International curling -- the sport that resembles bowls on an ice-rink -- captures the limelight at the Scottish winter sports resort of Aviemore this week.
International curling -- the sport that resembles bowls on an ice-rink -- captures the limelight at the Scottish winter sports resort of Aviemore this week. Contestants this year include "rinks" -- or teams -- from Canada, the United States and several European counties. There are even contestants from the Ivory Coast, who normally compete on an ice rink not far north of the Equator.
Top individual competitors include the Norway's Kunt Bjaanaes, winner of the Scandinavian Senior Trophy for the last two years, and Manfred Reader, who's been West German National Champion for two years running.
Altogether, forth "rinks" from a dozen countries are competing for a place in the final on March 8.
SYNOPSIS: A traditional Scottish bagpipe welcome awaited competitors from a dozen countries at Scotland's winter sports resort, Aviemore, on Sunday, Contestants from Europe, Africa and North America had come to compete in a game long associated with Scotland -- the ancient sport of curling.
For the uninitiated, curling resembles the game of bowls -- on ice. The curling stones are slid down a rink a hundred-and-thirty-eight feet long towards a series of concentric circles. Competing here -- a "rink", or team, from close to the Equator. They're from the Ivory Coast, and they were making their first appearance in the yearly international tournament at Aviemore.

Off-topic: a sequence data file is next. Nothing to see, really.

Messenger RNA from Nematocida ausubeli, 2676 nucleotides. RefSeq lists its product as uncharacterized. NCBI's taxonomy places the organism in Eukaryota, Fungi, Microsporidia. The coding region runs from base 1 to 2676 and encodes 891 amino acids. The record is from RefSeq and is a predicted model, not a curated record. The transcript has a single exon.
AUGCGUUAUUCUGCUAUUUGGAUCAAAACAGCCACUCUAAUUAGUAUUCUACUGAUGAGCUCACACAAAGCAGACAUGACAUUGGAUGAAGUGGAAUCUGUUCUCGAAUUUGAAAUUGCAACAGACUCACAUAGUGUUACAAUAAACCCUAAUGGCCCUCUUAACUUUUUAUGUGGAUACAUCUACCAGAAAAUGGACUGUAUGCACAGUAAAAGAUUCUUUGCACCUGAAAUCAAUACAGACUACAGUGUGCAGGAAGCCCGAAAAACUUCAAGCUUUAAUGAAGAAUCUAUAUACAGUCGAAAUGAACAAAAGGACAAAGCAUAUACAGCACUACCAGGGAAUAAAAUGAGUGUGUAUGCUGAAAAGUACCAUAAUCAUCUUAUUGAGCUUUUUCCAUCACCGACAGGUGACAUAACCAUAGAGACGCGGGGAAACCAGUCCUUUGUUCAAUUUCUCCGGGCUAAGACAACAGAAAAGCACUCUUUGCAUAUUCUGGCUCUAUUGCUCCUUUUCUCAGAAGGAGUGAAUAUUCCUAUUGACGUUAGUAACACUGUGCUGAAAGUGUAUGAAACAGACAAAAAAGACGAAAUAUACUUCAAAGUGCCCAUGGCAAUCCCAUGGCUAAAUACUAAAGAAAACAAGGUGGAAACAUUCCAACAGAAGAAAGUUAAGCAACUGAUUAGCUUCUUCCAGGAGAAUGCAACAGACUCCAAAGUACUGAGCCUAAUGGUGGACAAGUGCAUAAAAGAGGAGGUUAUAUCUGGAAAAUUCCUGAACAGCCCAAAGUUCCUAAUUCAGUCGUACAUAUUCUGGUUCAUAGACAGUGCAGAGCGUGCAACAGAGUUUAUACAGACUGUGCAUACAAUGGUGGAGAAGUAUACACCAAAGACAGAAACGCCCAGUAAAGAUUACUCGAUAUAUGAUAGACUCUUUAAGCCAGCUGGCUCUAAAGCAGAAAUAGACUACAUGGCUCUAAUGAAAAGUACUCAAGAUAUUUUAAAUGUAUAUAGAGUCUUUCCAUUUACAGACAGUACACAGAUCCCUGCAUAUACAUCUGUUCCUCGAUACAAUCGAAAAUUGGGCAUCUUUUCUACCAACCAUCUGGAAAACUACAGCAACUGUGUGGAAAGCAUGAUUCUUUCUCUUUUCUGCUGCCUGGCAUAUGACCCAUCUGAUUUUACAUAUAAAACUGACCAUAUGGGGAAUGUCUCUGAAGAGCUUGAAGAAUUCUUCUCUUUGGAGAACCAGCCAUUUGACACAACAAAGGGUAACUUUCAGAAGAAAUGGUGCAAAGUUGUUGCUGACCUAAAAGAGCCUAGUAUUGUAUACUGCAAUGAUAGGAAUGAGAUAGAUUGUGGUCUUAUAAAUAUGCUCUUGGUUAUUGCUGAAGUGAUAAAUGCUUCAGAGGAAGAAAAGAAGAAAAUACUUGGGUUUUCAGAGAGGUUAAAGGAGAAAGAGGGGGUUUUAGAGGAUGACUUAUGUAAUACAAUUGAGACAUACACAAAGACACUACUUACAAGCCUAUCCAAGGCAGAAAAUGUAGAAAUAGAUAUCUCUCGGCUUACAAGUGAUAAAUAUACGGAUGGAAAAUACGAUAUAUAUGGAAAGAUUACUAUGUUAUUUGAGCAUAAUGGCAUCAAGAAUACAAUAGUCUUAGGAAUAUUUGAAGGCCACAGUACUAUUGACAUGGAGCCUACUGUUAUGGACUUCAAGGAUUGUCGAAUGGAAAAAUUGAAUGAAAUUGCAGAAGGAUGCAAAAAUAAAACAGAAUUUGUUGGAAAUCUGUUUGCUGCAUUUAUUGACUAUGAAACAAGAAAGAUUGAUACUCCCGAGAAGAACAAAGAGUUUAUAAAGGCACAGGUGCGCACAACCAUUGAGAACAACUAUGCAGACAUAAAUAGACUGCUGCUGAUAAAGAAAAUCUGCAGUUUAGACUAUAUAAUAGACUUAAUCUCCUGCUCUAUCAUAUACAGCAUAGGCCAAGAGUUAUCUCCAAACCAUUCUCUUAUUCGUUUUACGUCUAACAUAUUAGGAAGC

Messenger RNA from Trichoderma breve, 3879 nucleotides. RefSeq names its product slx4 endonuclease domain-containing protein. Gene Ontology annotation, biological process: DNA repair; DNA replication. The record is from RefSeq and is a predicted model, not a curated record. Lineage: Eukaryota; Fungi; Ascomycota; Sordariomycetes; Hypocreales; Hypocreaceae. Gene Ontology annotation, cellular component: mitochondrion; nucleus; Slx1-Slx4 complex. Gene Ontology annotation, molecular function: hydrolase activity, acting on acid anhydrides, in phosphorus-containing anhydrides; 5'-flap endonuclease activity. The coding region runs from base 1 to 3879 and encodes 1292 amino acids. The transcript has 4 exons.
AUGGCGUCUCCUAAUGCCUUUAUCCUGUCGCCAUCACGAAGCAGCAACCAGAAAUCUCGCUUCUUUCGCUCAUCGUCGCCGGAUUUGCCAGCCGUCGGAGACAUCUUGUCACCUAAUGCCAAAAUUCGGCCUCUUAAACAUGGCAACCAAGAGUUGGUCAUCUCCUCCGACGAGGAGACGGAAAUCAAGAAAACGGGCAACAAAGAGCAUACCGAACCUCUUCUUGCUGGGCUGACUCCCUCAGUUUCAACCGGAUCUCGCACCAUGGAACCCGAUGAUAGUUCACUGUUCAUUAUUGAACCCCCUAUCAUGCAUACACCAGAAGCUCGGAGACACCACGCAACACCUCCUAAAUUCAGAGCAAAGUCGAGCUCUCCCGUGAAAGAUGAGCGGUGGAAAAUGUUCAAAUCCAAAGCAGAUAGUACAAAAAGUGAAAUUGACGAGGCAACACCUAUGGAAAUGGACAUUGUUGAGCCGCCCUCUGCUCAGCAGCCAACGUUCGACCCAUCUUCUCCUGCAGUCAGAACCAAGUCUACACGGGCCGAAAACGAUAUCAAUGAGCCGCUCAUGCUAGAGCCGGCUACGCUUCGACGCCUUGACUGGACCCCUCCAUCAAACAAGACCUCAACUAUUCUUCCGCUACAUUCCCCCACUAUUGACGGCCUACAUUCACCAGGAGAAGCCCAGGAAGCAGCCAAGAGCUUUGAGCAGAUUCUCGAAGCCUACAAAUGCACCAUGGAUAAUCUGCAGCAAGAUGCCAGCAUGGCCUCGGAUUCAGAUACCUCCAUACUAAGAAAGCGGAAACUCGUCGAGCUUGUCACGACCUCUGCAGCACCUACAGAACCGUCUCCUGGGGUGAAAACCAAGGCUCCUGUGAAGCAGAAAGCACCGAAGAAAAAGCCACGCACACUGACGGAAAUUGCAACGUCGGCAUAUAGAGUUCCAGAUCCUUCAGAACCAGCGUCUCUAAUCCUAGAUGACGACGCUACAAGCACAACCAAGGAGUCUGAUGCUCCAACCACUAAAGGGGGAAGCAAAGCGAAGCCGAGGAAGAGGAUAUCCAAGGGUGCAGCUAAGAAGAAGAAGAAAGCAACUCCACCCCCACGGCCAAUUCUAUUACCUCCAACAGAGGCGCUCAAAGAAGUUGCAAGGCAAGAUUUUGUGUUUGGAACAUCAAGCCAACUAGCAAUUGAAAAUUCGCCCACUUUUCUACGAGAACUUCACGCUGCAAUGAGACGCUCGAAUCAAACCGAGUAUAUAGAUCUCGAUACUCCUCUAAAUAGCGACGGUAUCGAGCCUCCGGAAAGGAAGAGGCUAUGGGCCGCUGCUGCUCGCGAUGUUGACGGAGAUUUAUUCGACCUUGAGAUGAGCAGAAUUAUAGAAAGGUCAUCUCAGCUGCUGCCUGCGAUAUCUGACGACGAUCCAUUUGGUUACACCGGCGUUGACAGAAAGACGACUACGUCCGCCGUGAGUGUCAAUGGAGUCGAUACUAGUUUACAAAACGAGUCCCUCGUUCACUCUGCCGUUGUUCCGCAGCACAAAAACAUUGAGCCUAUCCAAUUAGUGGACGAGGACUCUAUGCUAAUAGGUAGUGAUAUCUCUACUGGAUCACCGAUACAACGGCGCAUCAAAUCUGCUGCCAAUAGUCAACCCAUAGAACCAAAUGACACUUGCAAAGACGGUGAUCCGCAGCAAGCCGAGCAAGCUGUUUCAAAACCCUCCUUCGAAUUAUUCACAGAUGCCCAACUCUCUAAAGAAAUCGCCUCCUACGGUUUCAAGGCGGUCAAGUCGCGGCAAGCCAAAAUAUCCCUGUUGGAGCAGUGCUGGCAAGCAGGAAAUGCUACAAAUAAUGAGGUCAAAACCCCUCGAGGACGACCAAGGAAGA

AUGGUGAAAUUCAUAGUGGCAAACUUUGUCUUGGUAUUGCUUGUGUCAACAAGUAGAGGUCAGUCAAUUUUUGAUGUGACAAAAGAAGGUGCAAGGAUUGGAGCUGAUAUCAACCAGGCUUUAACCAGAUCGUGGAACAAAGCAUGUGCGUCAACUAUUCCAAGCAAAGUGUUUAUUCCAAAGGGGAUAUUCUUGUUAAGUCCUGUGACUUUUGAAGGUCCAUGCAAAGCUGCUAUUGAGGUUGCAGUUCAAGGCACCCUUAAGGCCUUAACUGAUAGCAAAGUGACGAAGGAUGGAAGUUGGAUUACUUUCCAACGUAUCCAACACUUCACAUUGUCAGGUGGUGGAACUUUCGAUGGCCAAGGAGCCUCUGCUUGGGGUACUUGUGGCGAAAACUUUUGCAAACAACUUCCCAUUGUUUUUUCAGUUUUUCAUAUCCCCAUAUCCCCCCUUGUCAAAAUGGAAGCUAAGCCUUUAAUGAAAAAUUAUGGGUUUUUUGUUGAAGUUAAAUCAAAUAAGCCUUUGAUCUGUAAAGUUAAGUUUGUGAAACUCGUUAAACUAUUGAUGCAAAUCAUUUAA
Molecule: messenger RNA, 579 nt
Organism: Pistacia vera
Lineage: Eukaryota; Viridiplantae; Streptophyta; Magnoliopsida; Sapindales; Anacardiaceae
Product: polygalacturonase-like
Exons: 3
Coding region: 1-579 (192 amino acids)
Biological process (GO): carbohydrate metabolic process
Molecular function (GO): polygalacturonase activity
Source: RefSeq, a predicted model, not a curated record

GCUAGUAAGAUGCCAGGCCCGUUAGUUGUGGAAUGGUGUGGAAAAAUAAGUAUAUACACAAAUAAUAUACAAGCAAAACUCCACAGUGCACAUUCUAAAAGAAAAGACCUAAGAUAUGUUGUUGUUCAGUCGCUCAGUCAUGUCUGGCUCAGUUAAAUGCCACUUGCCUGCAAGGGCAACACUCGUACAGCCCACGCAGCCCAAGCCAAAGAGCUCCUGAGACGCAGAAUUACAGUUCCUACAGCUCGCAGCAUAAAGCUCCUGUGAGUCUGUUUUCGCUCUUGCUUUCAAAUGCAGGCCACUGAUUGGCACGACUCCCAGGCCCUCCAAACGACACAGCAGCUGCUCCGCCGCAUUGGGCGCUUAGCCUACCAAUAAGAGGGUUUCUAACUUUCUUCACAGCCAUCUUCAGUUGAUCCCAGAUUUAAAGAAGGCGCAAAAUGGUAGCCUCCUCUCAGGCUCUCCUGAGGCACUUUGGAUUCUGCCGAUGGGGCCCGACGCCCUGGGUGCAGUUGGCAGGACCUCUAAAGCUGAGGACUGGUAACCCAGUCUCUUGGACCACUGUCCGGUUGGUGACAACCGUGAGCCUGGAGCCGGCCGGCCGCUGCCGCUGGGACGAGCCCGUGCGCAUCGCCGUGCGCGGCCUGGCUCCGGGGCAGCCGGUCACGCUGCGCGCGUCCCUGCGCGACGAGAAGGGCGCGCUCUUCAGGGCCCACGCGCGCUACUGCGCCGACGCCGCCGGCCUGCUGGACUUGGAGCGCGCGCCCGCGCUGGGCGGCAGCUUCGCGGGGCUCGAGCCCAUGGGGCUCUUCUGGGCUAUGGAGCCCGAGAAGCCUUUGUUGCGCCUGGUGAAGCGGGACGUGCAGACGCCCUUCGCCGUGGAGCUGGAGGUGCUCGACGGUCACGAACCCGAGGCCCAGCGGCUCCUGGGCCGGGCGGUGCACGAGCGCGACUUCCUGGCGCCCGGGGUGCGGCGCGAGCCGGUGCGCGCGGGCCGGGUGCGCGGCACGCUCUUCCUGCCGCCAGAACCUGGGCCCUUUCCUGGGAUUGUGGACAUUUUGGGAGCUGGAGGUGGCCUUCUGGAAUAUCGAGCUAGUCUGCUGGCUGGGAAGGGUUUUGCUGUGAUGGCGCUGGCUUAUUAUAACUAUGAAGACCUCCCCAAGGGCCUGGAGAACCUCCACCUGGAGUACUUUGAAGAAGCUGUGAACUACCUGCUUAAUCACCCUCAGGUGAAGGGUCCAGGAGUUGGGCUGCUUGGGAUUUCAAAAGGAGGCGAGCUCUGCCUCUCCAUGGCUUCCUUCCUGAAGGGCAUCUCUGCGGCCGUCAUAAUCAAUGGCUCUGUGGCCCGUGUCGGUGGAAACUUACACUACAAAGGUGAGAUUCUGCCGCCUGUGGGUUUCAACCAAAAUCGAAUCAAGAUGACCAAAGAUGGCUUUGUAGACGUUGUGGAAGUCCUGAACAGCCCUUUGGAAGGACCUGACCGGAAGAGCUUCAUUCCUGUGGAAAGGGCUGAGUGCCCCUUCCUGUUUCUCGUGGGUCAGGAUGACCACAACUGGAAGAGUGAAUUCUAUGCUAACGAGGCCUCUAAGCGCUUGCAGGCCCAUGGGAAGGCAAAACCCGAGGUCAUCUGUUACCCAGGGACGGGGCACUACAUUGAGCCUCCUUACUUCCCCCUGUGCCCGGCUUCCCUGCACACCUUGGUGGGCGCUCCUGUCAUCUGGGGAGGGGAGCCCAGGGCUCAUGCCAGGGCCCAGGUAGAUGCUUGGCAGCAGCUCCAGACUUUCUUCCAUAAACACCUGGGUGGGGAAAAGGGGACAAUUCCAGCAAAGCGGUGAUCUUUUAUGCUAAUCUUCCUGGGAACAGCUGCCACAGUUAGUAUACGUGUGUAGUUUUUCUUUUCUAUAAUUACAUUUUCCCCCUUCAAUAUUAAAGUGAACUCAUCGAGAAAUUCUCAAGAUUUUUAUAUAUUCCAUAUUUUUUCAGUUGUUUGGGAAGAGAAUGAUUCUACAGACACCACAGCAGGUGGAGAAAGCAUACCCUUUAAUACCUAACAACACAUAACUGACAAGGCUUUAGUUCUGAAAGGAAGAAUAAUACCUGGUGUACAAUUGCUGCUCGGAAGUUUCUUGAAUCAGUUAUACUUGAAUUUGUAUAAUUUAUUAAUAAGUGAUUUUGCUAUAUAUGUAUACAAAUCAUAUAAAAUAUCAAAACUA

One of seven Candian teams competes against a "rink" from the United States. The desperate sweeping is to ensure that nothing impedes the straight course of the curling stone.
Here, teams from France and Norway start their campaign for a place in the final on March the eighth. Among the Norwegians is Knut Bjannaes, twice winner of the Scandinavian Seniors Trophy.
One of the Norwegian contestants in action. There are a total of forty "rinks" competing for a place in the final.
The basic game doesn't seem to have changed very much since a Flemish painter portrayed a curling match four-hundred years ago. Scotland, competing here against a Swedish "rink", had long enjoyed curling as a local sport, but took to it in a big way last century when a Royal Club was founded to unite curlers throughout the world.
The idea was to form a world-wide Brotherhood of the Rink. It's a tradition that is kept alive by this week's international tournament at Aviemore.